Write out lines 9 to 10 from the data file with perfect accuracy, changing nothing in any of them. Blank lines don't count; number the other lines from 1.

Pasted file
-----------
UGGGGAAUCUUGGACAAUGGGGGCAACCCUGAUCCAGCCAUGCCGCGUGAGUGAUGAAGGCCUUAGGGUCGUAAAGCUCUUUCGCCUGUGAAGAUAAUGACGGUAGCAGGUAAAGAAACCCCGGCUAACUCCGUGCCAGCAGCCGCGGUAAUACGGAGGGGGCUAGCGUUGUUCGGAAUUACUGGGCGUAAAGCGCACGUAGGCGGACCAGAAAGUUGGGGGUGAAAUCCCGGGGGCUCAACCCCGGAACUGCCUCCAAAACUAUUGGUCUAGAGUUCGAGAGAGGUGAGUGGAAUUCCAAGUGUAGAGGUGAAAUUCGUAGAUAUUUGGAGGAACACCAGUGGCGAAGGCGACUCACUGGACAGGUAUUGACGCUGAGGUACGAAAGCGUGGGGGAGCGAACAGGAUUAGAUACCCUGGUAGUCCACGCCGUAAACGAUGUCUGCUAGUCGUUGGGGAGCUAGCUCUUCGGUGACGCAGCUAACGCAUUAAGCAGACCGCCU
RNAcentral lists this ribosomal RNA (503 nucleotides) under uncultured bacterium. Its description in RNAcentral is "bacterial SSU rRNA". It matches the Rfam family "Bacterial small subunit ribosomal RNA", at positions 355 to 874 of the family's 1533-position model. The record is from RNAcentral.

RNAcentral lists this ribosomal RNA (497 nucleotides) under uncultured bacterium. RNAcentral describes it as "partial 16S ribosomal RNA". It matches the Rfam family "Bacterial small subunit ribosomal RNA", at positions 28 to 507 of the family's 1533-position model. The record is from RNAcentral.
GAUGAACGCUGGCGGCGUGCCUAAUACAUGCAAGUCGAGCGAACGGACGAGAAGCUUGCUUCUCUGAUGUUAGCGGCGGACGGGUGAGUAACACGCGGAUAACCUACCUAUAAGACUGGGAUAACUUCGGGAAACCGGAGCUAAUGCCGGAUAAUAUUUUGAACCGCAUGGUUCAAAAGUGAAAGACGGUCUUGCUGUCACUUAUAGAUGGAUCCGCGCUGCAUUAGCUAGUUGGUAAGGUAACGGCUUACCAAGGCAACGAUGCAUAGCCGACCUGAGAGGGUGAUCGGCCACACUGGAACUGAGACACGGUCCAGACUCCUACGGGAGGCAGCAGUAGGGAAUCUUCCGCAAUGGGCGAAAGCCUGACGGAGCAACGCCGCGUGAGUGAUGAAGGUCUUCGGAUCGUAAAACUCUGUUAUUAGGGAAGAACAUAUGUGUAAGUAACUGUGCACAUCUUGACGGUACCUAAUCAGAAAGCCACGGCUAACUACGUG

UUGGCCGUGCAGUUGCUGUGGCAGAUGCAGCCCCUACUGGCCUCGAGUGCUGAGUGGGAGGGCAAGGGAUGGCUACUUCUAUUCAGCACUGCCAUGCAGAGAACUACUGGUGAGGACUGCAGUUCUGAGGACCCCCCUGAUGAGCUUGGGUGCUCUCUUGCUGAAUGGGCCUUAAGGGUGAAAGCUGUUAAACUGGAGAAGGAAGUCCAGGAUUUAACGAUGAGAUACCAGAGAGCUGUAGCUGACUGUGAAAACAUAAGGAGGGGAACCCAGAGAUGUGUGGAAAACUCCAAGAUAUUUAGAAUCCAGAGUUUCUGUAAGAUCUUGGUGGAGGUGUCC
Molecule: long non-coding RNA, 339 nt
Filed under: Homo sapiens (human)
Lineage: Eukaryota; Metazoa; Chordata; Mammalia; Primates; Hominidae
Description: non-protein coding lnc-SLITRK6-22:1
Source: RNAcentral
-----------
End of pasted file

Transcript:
Description: non-protein coding lnc-SLITRK6-22:1
Source: RNAcentral